Most Ponzischemes collapse relatively quickly, but there is fragmentary evidence that Mr. Madoff’s scheme may have lasted for years or even decades. A Boston whistle-blower has claimed that he tried to alert the S.E.C. to the scheme as early as 1999, and the weekly newspaper Barron’s raised questions about Mr. Madoff’s returns and strategy in 2001, although it did not accuse him of wrongdoing.

Investors may have been duped because Mr. Madoff  sent detailed brokerage statements to investors whose money he managed, sometimes reporting hundreds of individual stock trades per month. Investors who asked for their money back could have it returned within days. And while typical Ponzi schemes promise very high returns, Mr. Madoff’s promised returns were relatively realistic — about 10 percent a year — though they were unrealistically steady.

This reminds of the classic paper by Dean Foster and Peyton Young who show how difficult it is to differentiate between a genuine fund manager and a con one. They also show how easily a con fund manager can show him to be a genuine one. The paper looks at more sophisticated strategies that con managers can use, Madoff shows it is a lot easier.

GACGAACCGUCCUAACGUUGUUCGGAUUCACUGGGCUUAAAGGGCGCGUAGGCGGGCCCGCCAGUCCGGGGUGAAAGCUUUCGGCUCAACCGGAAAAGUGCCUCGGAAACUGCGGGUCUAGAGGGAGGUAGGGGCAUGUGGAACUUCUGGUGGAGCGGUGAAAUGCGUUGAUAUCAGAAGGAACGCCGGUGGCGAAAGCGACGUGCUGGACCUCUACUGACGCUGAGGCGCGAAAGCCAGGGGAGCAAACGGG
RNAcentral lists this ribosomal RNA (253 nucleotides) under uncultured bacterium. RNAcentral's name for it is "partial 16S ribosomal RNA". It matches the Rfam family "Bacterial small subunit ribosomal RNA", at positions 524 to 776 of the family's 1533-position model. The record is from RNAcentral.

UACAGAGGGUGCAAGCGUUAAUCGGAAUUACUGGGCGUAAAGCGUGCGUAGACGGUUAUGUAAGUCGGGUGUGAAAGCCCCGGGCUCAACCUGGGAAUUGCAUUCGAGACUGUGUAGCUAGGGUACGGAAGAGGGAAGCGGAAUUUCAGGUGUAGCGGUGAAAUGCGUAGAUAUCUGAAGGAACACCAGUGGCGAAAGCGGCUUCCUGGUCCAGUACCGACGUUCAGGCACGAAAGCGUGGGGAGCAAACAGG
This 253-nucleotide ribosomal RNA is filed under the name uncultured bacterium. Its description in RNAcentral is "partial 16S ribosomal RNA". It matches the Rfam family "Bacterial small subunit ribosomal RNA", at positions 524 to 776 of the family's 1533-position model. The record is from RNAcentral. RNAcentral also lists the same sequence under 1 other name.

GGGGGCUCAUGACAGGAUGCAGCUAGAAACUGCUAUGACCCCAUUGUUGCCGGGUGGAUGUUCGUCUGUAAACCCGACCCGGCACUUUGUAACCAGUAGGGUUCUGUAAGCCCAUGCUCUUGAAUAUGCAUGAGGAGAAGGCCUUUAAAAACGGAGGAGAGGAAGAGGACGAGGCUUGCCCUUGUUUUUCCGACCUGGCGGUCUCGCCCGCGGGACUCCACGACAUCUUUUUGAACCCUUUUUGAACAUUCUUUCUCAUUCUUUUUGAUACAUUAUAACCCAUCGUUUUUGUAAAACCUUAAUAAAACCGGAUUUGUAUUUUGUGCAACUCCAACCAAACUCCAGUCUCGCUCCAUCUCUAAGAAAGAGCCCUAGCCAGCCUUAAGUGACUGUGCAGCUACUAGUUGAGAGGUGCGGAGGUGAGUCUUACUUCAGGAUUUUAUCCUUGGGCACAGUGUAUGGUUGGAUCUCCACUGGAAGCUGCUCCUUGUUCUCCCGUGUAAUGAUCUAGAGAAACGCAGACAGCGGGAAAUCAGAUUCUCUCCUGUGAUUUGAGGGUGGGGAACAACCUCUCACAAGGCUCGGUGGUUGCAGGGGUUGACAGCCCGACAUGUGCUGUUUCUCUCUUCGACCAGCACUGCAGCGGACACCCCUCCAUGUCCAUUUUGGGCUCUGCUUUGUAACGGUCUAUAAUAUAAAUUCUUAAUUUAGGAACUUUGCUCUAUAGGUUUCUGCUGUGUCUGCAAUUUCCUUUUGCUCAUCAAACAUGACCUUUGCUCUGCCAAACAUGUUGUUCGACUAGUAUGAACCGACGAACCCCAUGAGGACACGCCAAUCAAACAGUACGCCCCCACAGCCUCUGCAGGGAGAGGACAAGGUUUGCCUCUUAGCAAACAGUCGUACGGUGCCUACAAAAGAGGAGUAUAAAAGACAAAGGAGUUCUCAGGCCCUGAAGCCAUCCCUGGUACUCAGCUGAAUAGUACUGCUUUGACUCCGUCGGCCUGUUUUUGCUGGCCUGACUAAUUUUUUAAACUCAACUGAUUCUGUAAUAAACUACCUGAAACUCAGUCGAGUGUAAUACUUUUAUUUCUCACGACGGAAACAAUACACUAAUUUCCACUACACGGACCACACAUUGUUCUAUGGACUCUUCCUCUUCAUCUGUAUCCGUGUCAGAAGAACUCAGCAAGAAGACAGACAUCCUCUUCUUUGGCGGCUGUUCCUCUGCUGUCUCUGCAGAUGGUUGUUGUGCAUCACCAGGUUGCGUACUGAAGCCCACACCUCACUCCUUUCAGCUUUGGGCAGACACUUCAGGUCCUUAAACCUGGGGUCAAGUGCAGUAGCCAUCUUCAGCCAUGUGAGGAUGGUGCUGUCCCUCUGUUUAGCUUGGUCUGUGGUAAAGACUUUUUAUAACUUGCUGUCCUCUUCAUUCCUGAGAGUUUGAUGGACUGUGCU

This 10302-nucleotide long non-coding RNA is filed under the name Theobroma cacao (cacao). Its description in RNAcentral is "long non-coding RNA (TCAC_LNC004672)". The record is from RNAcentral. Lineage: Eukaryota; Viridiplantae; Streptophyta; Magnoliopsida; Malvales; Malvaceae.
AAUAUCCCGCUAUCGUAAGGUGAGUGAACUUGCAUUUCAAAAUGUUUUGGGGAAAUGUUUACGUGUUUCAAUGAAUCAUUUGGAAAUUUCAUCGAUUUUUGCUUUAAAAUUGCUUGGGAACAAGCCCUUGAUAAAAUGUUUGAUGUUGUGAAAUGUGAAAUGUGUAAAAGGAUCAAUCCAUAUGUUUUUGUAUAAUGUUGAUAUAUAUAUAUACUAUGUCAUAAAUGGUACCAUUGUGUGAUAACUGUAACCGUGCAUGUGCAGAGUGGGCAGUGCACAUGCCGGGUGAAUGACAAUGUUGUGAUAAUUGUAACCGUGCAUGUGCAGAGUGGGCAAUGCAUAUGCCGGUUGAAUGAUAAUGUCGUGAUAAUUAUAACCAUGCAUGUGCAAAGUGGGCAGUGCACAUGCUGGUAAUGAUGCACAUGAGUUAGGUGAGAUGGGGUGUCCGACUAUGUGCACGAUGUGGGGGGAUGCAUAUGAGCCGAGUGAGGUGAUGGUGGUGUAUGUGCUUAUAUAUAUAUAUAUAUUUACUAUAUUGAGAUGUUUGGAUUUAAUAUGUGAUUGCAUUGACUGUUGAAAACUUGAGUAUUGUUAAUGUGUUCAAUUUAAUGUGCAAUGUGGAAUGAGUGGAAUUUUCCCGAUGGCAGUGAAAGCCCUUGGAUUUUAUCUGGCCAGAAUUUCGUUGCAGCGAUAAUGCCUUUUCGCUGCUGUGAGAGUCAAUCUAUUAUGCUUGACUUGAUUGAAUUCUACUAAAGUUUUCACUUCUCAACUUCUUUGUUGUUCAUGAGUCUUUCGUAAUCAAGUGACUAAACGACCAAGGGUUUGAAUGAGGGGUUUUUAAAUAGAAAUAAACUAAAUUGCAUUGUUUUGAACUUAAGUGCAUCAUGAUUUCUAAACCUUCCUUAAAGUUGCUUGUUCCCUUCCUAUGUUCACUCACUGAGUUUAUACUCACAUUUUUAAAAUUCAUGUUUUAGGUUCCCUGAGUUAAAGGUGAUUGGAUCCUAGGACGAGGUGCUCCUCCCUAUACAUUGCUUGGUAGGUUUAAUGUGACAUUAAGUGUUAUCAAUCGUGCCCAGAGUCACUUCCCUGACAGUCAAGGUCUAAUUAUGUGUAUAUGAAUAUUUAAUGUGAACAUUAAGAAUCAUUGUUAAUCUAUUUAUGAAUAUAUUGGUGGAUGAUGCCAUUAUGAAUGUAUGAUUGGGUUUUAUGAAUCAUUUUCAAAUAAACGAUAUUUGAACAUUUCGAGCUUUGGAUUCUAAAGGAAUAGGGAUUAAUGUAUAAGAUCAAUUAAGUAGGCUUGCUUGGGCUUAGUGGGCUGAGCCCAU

Assorted Links

December 15, 2008

1. Krugman analyses the need for European coordination

2. WSJ Blog points ECB trying to start bank lending

3. Mankiw points to a cartoon on financial engineering

4. CTB points trade is falling

5. Econbrowser pointsto a new paper from John Taylor who criticises Fed for the crisis

6. ASB on financial fraud. MR has some points as well

7. JRV on financial limitations

8. ACB points to 2 Krugman secrets